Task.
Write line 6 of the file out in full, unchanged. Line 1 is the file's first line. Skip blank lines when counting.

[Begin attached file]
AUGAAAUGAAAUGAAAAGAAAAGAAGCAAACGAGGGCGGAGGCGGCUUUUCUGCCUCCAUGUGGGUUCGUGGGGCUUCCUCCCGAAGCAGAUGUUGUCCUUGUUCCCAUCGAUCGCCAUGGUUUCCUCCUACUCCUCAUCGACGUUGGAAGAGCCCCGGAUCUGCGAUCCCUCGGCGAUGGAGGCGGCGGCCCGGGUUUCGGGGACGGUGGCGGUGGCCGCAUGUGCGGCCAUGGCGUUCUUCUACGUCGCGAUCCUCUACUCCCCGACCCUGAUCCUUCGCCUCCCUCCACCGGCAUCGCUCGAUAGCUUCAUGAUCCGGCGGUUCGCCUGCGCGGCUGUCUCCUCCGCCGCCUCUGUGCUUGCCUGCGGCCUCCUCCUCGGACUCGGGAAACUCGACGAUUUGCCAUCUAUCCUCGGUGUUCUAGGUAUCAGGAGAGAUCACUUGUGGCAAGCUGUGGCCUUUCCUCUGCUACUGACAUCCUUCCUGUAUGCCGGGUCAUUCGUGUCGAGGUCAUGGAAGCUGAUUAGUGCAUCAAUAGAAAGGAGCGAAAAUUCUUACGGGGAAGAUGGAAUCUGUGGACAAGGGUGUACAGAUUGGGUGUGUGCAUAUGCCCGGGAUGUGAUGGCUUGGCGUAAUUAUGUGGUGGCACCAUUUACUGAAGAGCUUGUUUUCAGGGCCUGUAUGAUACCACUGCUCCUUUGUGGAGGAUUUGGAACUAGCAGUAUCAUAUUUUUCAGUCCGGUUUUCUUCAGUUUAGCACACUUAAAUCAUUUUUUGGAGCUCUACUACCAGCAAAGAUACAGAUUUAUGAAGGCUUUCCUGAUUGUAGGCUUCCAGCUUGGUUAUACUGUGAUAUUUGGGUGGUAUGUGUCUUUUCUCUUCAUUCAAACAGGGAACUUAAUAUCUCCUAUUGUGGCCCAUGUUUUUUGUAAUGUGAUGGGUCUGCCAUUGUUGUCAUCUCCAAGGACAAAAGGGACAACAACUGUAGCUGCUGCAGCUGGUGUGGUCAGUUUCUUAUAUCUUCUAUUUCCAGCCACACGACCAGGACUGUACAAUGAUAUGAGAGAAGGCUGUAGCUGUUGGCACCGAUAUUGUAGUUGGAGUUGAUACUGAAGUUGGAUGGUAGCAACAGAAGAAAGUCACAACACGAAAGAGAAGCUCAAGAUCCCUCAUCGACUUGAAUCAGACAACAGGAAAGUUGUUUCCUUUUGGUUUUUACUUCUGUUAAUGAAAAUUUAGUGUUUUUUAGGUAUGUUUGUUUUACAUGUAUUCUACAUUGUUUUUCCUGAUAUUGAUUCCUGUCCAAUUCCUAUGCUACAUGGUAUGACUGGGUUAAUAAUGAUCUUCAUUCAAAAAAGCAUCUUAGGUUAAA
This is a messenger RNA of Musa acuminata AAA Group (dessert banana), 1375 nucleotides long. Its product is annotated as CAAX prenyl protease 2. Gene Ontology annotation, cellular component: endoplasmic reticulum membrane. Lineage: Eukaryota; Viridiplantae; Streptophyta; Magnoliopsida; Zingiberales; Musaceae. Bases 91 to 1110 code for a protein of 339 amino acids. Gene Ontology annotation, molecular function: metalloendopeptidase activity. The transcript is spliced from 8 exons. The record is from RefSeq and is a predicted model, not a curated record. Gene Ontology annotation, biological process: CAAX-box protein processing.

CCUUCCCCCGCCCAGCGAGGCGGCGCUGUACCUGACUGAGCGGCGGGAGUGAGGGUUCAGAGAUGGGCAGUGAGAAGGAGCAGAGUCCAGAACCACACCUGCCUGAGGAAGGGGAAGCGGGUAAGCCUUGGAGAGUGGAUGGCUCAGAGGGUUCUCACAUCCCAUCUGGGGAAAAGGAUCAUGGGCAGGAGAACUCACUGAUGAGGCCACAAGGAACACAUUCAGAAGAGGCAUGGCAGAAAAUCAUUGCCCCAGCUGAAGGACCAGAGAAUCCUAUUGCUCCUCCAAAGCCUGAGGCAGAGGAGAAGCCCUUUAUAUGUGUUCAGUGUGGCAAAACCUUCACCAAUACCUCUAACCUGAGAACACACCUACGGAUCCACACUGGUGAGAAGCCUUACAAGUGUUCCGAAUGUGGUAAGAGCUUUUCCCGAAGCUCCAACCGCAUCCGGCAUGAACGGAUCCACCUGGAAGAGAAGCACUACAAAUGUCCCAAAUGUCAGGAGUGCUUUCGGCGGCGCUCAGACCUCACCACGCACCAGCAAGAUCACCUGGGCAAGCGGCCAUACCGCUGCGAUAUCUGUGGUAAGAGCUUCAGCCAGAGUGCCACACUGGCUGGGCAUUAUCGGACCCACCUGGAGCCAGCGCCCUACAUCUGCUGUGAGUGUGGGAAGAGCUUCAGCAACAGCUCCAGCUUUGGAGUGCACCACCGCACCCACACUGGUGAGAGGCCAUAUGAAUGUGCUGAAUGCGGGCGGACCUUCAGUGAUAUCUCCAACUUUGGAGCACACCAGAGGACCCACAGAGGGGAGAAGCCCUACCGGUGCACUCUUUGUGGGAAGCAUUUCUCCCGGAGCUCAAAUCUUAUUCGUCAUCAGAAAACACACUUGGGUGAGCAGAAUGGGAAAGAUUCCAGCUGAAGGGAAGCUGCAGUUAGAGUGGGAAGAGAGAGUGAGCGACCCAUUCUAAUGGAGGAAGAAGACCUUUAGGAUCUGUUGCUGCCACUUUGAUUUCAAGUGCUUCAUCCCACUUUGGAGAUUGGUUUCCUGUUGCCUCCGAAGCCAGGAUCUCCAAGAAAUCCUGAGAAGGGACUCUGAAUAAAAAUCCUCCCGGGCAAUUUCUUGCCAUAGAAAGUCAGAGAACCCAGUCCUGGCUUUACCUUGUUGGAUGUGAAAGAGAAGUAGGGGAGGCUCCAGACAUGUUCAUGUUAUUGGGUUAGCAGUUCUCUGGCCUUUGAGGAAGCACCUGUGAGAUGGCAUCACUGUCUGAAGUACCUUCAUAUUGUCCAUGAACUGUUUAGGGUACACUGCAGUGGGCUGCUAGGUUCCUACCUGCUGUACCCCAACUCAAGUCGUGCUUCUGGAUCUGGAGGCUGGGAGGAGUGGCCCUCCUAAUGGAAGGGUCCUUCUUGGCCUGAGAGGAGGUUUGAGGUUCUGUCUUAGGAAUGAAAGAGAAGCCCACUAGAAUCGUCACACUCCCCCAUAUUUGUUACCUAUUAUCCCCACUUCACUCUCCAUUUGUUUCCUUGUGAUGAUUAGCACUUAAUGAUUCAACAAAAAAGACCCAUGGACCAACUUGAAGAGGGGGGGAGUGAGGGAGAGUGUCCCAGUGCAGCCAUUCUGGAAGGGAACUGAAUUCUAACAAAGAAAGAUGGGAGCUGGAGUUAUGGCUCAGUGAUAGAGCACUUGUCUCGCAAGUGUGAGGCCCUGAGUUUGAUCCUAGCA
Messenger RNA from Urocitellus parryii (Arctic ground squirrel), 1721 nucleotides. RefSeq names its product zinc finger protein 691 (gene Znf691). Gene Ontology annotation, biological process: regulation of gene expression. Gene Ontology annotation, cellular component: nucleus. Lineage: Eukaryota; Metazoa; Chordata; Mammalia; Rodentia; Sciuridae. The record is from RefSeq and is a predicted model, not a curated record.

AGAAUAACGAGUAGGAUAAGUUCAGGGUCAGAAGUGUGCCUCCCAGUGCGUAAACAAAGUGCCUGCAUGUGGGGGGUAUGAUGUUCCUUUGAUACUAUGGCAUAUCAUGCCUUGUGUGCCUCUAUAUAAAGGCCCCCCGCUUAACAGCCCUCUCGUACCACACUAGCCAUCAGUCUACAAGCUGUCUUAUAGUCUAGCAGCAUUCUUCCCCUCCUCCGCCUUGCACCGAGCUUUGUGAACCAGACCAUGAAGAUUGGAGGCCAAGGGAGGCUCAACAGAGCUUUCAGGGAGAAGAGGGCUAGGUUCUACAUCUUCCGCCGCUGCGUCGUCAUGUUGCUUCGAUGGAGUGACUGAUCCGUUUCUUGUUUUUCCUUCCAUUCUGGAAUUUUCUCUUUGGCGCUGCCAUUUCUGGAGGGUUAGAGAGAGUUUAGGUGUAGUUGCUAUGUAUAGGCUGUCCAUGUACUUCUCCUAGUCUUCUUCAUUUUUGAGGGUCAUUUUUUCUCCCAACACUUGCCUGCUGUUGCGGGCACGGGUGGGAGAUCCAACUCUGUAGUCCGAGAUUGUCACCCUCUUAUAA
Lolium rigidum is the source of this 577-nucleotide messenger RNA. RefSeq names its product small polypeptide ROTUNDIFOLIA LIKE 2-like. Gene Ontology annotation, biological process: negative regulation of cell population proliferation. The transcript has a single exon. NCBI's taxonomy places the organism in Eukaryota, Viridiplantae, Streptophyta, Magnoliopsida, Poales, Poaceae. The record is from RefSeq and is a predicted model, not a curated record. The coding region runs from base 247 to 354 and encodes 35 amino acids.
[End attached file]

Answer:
Lolium rigidum is the source of this 577-nucleotide messenger RNA. RefSeq names its product small polypeptide ROTUNDIFOLIA LIKE 2-like. Gene Ontology annotation, biological process: negative regulation of cell population proliferation. The transcript has a single exon. NCBI's taxonomy places the organism in Eukaryota, Viridiplantae, Streptophyta, Magnoliopsida, Poales, Poaceae. The record is from RefSeq and is a predicted model, not a curated record. The coding region runs from base 247 to 354 and encodes 35 amino acids.